There was one thing in the Reinsdorf interview that did give me a little comfort. He said he doesn’t mind paying the NBA luxury tax as long as it makes sense to do so. I take that to mean he’d be willing to pay a premium for a marquee player like a Dwyane Wade next summer and then pay a premium the following year to keep Derrick Rose in a Bulls uniform. I’m OK with that.
Still, this is the same guy that signed off on the dismantling of a dynasty. The same guy that traded away Elton Brand and Ron Artest. The same guy that nixed deals that would’ve brought Kevin Garnett and Pau Gasol to Chicago so it’s hard to tell if he’s just blowing smoke or actually serious about making the Bulls a contender again. It’s long been said in the Chicago sports world that Reinsdorf cares more about the White Sox than the Bulls. In 2005 when the Sox won the World Series, he went on record as saying that championship meant more to him than the six championships he’s won as owner of the Bulls. So even though the White Sox are struggling right now, if the Bulls happen to get worse instead of better over the next two years, you can consider me a believer.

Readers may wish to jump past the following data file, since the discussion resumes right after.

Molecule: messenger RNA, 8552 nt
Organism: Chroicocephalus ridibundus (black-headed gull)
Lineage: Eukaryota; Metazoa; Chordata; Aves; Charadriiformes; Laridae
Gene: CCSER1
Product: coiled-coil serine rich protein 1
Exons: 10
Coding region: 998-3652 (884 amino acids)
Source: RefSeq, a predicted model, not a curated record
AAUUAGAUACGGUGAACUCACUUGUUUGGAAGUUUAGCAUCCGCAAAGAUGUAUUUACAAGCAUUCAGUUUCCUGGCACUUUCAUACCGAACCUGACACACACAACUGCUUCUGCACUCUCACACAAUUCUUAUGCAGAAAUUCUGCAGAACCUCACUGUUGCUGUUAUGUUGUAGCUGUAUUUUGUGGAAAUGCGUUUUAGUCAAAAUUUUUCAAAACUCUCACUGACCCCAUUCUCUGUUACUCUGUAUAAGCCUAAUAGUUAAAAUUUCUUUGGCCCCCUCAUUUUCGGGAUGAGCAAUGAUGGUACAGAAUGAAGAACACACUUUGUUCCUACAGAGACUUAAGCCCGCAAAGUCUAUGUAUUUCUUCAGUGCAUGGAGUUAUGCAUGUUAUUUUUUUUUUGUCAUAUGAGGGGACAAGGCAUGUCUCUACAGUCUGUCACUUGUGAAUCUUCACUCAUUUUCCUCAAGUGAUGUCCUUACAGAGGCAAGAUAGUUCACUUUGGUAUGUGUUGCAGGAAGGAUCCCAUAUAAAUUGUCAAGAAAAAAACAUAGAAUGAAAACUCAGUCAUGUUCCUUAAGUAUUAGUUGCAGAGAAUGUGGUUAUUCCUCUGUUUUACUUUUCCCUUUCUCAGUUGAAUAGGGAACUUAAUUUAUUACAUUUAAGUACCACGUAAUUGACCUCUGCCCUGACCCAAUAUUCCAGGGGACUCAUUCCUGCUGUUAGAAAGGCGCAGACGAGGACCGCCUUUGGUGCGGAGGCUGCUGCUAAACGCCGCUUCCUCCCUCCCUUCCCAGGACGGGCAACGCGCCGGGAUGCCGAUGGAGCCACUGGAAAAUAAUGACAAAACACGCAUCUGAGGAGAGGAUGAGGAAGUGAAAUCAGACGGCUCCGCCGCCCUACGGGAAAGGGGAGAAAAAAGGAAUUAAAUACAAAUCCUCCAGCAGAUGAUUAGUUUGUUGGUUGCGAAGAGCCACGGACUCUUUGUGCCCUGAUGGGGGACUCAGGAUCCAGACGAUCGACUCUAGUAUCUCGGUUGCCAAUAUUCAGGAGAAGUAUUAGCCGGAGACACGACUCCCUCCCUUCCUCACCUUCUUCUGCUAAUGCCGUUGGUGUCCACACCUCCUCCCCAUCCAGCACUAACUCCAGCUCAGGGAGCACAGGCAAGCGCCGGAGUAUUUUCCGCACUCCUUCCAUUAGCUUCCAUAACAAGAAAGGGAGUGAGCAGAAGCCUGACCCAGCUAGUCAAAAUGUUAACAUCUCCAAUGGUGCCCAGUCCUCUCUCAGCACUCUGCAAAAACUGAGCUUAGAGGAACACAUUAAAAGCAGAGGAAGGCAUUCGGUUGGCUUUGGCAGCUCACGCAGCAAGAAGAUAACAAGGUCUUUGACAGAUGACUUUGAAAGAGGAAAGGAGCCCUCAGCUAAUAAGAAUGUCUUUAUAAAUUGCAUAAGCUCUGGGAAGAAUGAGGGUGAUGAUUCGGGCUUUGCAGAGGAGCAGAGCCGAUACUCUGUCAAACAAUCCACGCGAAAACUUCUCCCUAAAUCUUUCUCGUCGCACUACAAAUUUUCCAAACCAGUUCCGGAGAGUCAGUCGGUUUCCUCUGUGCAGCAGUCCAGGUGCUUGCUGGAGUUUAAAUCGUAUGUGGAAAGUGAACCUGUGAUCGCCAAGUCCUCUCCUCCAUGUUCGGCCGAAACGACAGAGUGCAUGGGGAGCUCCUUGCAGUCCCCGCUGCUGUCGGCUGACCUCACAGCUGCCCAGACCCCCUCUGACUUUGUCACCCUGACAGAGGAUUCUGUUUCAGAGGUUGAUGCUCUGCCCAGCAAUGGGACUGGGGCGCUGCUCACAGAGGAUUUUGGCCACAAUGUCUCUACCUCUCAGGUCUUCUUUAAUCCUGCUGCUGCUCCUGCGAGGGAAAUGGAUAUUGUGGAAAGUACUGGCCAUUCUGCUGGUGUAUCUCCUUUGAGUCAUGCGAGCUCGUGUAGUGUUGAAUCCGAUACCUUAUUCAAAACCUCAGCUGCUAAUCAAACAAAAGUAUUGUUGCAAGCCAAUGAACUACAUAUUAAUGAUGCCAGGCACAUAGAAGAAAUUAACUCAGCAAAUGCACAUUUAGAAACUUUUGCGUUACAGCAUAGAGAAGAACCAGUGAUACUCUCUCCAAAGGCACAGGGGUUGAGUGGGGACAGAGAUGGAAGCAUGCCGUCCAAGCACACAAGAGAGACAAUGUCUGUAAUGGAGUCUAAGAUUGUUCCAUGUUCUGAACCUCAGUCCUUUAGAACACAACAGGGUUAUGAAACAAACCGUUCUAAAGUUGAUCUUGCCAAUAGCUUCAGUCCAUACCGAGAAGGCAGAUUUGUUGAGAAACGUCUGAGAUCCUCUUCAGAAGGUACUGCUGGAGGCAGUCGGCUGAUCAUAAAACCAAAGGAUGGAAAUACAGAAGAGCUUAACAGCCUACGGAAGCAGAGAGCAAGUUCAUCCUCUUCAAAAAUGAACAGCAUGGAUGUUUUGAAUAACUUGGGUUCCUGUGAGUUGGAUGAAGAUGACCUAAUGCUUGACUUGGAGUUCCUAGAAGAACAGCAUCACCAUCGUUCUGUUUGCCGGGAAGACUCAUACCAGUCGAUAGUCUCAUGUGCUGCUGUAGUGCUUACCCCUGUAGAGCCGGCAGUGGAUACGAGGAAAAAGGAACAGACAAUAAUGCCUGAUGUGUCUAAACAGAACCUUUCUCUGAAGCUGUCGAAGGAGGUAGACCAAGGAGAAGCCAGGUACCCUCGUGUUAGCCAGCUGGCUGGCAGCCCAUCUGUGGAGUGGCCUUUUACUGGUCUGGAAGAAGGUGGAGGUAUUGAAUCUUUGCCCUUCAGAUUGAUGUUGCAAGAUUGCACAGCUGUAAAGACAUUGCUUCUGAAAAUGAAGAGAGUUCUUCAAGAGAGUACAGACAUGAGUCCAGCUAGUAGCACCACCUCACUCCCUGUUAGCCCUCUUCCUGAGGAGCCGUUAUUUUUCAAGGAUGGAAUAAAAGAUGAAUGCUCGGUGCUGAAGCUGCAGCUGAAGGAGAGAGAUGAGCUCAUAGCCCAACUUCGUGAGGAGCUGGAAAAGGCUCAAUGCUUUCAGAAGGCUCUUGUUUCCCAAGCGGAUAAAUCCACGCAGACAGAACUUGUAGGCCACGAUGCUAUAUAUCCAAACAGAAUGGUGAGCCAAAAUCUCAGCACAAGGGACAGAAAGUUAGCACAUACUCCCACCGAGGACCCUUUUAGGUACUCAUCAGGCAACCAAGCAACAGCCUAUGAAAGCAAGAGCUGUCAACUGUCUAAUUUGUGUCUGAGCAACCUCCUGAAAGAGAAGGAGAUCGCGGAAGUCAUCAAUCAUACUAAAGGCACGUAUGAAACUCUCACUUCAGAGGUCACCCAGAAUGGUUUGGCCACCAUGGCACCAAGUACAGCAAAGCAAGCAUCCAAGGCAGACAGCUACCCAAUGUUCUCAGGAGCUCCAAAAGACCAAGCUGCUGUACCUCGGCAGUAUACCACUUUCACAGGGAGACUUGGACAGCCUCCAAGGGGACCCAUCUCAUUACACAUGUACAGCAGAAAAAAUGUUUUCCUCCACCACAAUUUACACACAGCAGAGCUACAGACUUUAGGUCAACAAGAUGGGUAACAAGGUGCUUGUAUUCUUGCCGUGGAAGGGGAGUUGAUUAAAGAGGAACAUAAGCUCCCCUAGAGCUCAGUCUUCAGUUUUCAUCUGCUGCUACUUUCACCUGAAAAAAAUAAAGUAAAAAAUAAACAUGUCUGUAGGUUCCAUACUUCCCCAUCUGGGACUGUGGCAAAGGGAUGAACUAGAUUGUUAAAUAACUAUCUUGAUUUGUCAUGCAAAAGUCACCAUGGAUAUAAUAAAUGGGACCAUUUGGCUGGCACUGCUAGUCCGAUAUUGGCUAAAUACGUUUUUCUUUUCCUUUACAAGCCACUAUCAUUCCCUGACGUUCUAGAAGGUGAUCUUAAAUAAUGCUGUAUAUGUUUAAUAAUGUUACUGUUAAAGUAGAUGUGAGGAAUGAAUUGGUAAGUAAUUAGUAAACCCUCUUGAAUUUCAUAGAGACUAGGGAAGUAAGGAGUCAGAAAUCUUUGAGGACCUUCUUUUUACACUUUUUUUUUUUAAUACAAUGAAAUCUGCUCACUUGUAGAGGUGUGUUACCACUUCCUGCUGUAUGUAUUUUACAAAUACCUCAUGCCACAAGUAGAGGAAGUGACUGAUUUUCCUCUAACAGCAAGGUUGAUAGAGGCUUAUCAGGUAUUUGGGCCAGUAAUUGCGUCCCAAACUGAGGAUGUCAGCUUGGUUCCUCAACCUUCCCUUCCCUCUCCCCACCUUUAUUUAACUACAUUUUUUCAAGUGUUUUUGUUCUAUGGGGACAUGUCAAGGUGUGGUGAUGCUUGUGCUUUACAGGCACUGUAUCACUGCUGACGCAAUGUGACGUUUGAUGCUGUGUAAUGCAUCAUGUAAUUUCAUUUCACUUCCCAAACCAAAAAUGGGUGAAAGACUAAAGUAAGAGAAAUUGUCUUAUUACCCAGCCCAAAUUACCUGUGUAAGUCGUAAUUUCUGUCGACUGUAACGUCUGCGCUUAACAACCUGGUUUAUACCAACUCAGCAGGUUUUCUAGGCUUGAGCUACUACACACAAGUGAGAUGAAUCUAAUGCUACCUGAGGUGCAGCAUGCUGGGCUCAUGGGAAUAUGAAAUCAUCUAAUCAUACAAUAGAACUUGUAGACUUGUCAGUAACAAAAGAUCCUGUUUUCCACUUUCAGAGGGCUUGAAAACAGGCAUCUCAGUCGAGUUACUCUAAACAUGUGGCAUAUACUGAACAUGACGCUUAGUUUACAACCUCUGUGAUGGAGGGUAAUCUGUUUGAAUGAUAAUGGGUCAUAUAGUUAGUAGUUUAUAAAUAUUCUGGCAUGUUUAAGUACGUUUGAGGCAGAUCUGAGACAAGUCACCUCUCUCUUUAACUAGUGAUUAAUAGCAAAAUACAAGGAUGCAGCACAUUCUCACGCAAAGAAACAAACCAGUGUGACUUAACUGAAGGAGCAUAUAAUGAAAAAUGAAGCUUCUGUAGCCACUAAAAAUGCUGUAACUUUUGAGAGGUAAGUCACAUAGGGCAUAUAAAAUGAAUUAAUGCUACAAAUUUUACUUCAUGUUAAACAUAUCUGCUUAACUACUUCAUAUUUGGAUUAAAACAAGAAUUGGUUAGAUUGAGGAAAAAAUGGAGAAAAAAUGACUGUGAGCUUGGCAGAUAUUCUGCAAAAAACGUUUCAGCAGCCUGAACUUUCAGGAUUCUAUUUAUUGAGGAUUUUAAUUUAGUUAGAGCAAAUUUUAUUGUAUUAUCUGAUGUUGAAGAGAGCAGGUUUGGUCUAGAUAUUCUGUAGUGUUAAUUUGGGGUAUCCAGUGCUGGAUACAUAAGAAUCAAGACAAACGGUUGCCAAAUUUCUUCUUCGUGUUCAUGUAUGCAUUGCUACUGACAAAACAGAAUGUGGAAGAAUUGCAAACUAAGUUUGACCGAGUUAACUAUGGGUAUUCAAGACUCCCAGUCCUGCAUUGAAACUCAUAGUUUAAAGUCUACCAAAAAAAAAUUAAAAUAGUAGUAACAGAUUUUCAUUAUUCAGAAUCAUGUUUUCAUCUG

Filed under: basketball, chicago bulls, national basketball association, nba | Leave a comment »
Posted on July 25, 2009 by Bryan Crawford
For those of you that didn’t know, hadn’t heard or simply didn’t care, Stephon Marbury just completed a 24hr webcast and live chat on Ustream this morning. The broadcast started at 6am PST yesterday from his home in LA and history was made a little over an hour ago.
After hearing about it I was initially going to ignore it, yet when I tuned in I spent a considerable part of my day yesterday and the last 20 minutes of the broadcast today watching. I can honestly say that once you tuned in, you couldn’t take your eyes off it. It’s not that there was anything overly spectacular going on, but it was just interesting to get a candid, inside look at the man known as Starbury.